But that don’t mean I don’t like to picture you there
I’ll bet you’re bumming cigarettes off saints
And I’m sure you’re still singing
But I’ll bet that you’re still just a bit out of key
That crooked smile pushing words across your teeth
Cause you were heat lightning
Yeah, you were a storm that never rolled in
You were the northern lights in a southern town
A caustic fleeting thing
I’ll bury your memories in the garden
And watch them grow with the flowers in spring
I’ll keep you with me
These wolves in their suits and ties
Saying, “Kid, you can trust me”
Charming southern drawl, sunken eyes
Buying good will in hotel lobbies
Buy fistfuls of pills to make sure you don’t hurt no more
You don’t gotta feel anything
Got their fangs in our veins
Got their voice in our head
Got our arms in their grips
No, we can’t shake free
This goddamn machine, hungry and heartless
My whole generation got lost in the margin
We put our faith in you and you turned a profit
Now we’re drowning here under the waves
(We’re no saviors if we can’t save our brothers)
Drowning out under the waves
(We’re no saviors if we can’t save our brothers)
Drowning out, drowning out
You can’t have my friends
You can’t have my brothers
You can’t have my friends
You can’t have my brothers
You can’t have my friends
You can’t have my brothers
You can’t have me
No, you can’t have me
Officers with the Lufkin Police Department arrested Denman Avenue Baptist Church’s family pastor Monday in connection to allegations that he committed prescription fraud to obtain pain medication normally used for dogs. [This statement is incorrect. Tramadol is normally prescribed to humans.]
Eric Thomas Garland, 30, of Lufkin, was booked in to the Angelina County Jail on a third-degree felony prescription fraud charge. He was released later Monday after he posted a bail amount of $5,000.
The Denman Avenue Baptist Church web site lists Garland as the church’s family pastor.
“Eric Garland was placed on administrative leave by the Personnel Committee immediately upon learning of his prescription drug addiction,” a statement from the church said. “At this time, Eric has been relieved of all pastoral duties and responsibilities and is now facing the consequences of this addiction.”
According to the arrest affidavit, Garland obtained a canine pain medication called Tramadol through “misrepresentation, fraud, forgery, deception, or subterfuge.”
A Lufkin PD detective was contacted by a local veterinarian who wanted to speak to someone about a possible prescription fraud on May 31. When the LPD detective spoke to the veterinarian, the vet told him that he has prescribed 210 tablets of Tramadol to Garland since March.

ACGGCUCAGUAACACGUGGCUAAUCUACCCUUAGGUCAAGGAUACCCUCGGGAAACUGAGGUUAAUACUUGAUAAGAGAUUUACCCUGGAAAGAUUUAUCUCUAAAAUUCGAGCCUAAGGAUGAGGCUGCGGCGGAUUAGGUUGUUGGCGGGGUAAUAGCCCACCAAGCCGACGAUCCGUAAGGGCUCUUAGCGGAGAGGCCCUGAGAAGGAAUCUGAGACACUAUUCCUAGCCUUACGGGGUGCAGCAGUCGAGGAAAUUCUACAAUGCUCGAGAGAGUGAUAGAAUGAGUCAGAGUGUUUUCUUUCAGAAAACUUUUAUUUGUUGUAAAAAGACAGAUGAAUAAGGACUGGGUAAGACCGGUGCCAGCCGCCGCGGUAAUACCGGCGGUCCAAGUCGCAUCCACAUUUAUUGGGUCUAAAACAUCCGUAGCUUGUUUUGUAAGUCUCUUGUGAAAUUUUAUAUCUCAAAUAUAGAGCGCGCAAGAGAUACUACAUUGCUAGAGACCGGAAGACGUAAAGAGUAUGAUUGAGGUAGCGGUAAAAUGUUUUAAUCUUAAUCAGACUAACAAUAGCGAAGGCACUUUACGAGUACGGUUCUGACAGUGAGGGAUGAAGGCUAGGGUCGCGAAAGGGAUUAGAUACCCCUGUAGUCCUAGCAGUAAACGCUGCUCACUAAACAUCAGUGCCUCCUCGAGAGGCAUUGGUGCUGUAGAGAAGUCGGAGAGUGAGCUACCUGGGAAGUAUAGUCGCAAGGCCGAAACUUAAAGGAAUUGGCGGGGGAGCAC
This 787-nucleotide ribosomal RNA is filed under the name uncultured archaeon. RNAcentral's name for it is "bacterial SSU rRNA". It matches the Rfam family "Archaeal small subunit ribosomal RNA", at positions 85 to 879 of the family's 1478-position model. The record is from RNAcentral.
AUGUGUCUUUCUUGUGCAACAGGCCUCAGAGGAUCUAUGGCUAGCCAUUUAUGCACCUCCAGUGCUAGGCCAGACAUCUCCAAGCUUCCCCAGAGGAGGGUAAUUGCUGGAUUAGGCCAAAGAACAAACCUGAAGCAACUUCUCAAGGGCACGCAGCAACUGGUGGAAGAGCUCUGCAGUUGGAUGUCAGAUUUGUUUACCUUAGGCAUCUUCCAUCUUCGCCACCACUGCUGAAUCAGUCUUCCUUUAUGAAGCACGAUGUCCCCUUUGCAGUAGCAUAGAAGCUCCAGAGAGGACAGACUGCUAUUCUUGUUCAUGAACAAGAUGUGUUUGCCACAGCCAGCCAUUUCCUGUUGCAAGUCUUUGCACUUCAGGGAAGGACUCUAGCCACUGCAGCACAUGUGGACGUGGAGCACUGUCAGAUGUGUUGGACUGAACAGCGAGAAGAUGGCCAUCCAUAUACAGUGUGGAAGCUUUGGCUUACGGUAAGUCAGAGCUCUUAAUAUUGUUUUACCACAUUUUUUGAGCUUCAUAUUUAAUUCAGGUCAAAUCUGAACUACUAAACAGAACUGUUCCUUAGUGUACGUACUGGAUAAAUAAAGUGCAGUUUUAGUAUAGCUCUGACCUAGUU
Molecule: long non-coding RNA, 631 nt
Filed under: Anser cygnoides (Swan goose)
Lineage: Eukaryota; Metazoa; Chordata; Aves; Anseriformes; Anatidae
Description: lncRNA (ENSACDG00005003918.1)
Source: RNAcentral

The vet also told the Lufkin PD detective that Garland told him the medication was for a chocolate Labrador retriever named Bayla because the dog had back leg pain, the affidavit stated.
The veterinarian told the detective he first saw Garland on March 17 and that he prescribed him 30 Tramadol tablets, 30 Rimadyl, and two Bravecto, the affidavit stated. Then, on March 20, Garland allegedly called the veterinary clinic on March 20 and said that he had lost the Tramadol, so the vet prescribed 30 more Tramadol tablets.
According to the affidavit, the vet told the Lufkin PD detective that Garland came back on April 6 and April 18 and was prescribed 30 more Tramadol tablets each time. When Garland came back to the veterinary clinic on May 17, he got a prescription for 60 Tramadol tablets, the affidavit stated.
The veterinarian told the LPD detective that on May 31, he spoke to a veterinarian at the Lone Star Veterinary Clinic. During their conversation, a vet there brought up the fact that Garland had been to his clinic numerous times recently.
After that, the veterinarian contacted vets at Pineywoods Veterinary and the West Loop Animal Clinic. The vets he spoke to at those clinics also said that Garland had been by numerous times to get Tramadol prescriptions, the affidavit stated.
On May 31, the Lufkin PD detective sent a request to the Commissioned Online Prescription System for Garland’s prescription history from June 2016 to May of 2017 and found that Garland was prescribed about 1,037 Tramadol tablets between June 1, 2016, and June 6, 2017.
“Prescription drug addiction is a national epidemic,” the statement from Denman Avenue Baptist Church said. “The church is made up of all walks of people and as we have been reminded is not isolated from addictions or other unwise circumstances ordinary people face day to day. The church family at Denman is here to provide the love and support that can only be found through faith in our Lord and Savior Jesus Christ to all people in our community.”